However, SSL is about more than just building commercial GEOs. We are building have some extremely innovative LEO satellites for both Earth Observation (EO) and communications in production. We are working with NASA on a program to actually assemble spacecraft on orbit.
Our expertise and skills are applicable to a broad range of space systems including the development of persistent platforms in space and vehicles that will travel to the moon, Mars and beyond. This is a most exciting time for the industry.
Why was the SkyMuster II satellite such an important project for SSL?
Sky Muster II and the first Sky Muster satellite, which was actually our 100th 1300, are sophisticated HTS that bring high speed broadband to people in Australia who cannot be served by cable, fiber or wireless. The satellite was important to SSL because this demonstrates our capability to deliver a complex, high capacity Ka-band satellite.
More important than the technical achievement is knowing that this satellite will improve life for hundreds of thousands of Australians. This is important to us as a company to know that a satellite we built will help children in remote areas have more interactive schooling, that the satellite will save lives through emergency telemedicine, and that SkyMuster II will improve economic opportunity for the many Australians living in the bush. That is most gratifying.
Were there any special areas of development for SkyMuster II during the satellite’s manufacturing process that highlight SSL’s expertise?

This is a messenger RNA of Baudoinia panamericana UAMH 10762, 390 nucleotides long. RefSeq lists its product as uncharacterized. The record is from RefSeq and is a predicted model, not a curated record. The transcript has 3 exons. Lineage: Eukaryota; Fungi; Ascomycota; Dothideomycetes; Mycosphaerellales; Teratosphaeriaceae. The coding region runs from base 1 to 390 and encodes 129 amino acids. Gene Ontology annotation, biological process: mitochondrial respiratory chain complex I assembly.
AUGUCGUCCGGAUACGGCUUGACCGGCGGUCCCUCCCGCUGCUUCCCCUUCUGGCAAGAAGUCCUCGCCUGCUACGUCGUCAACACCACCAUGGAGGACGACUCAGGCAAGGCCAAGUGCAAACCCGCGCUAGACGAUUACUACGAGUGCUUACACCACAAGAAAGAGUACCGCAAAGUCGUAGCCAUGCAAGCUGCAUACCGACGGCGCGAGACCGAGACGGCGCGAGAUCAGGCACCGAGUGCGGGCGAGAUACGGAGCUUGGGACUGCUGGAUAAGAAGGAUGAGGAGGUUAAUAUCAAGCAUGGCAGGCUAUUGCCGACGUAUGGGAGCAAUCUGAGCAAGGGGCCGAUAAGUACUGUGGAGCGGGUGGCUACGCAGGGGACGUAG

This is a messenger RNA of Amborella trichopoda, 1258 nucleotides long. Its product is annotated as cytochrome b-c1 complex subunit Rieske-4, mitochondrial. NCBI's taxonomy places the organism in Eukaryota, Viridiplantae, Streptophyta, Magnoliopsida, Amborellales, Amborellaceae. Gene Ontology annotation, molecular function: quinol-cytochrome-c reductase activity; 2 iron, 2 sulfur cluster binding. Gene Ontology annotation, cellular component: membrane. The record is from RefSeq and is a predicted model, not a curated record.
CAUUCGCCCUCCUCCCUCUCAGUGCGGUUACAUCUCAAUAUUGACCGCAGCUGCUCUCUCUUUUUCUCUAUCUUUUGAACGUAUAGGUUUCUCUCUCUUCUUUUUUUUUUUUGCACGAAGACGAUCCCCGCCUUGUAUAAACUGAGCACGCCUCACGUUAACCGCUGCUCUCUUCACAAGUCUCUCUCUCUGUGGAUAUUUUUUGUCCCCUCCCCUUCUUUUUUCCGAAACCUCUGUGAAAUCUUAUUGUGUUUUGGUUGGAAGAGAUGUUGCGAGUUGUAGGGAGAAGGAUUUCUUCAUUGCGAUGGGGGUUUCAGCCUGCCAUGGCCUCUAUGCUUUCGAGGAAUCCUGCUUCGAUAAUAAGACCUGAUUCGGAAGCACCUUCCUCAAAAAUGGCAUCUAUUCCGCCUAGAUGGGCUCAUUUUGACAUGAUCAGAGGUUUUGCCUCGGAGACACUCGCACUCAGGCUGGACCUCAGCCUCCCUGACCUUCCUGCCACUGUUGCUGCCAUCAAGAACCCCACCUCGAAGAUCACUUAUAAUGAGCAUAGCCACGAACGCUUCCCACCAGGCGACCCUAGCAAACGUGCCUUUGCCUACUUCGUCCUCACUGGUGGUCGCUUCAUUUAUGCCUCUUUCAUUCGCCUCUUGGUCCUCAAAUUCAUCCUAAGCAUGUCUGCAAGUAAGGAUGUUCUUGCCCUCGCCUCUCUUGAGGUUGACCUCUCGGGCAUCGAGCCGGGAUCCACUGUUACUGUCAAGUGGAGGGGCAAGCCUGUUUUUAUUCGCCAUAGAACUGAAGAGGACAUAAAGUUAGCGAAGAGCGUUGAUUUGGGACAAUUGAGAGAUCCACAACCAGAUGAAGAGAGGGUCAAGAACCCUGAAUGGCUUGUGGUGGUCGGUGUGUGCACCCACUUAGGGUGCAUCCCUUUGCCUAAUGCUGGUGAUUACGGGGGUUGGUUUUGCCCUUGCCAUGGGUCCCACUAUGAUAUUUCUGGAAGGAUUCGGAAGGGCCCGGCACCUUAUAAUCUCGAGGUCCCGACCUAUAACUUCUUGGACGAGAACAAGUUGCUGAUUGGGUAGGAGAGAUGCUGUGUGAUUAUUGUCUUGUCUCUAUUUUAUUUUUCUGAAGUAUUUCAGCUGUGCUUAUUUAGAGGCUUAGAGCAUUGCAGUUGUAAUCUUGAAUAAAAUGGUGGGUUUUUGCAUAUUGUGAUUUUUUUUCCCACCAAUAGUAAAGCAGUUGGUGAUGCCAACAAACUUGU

There were numerous technology advances on the Sky Muster satellites, many of which were implemented to reduce mass and improve performance.
The satellites use multiple spot beams in an advanced design that optimizes bandwidth for Australia’s widely distributed population. Due to the size of Australia, eight antennas, four of which measure 2.9 meters in diameter, were required.
It was a challenge to position these antenna reflectors so that they did not interfere with the satellite’s four, smaller 1.2 meter reflectors, and so they would fit into the launch vehicle fairing. The smaller antennas shape the large spotbeams that serve the less populated areas and the larger antennas form the powerful small spotbeams that serve regions of Australia just outside major metropolitan areas that are more densely populated.
We had to design and engineer an extra-long boom structure that placed the large reflectors further away from the body of the satellite in order to accommodate all the reflectors.
SSL is a leader in HTS that provide broadband Internet to remote areas. We have built the two highest capacity satellites providing service on orbit today. These are being used for consumer broadband in North America. We also built the world’s first high throughput satellite more than 10 years ago, which is being used by Thaicom to provide the IPSTAR broadband service in Southeast Asia.
Working with international firms with varying time zones and national priorities can be rather daunting… how well did SSL and nbn™ interface throughout this process?
It was a pleasure to work with nbn and our teams became very close. The nbn program manager and her team came and lived in Palo Alto, California, during the most important phases of the program. They worked closely with the SSL engineering team to monitor all the assembly and testing we performed and they were able to respond quickly to issues when decisions had to be made. I think nbn enjoyed SSL’s openness and transparency.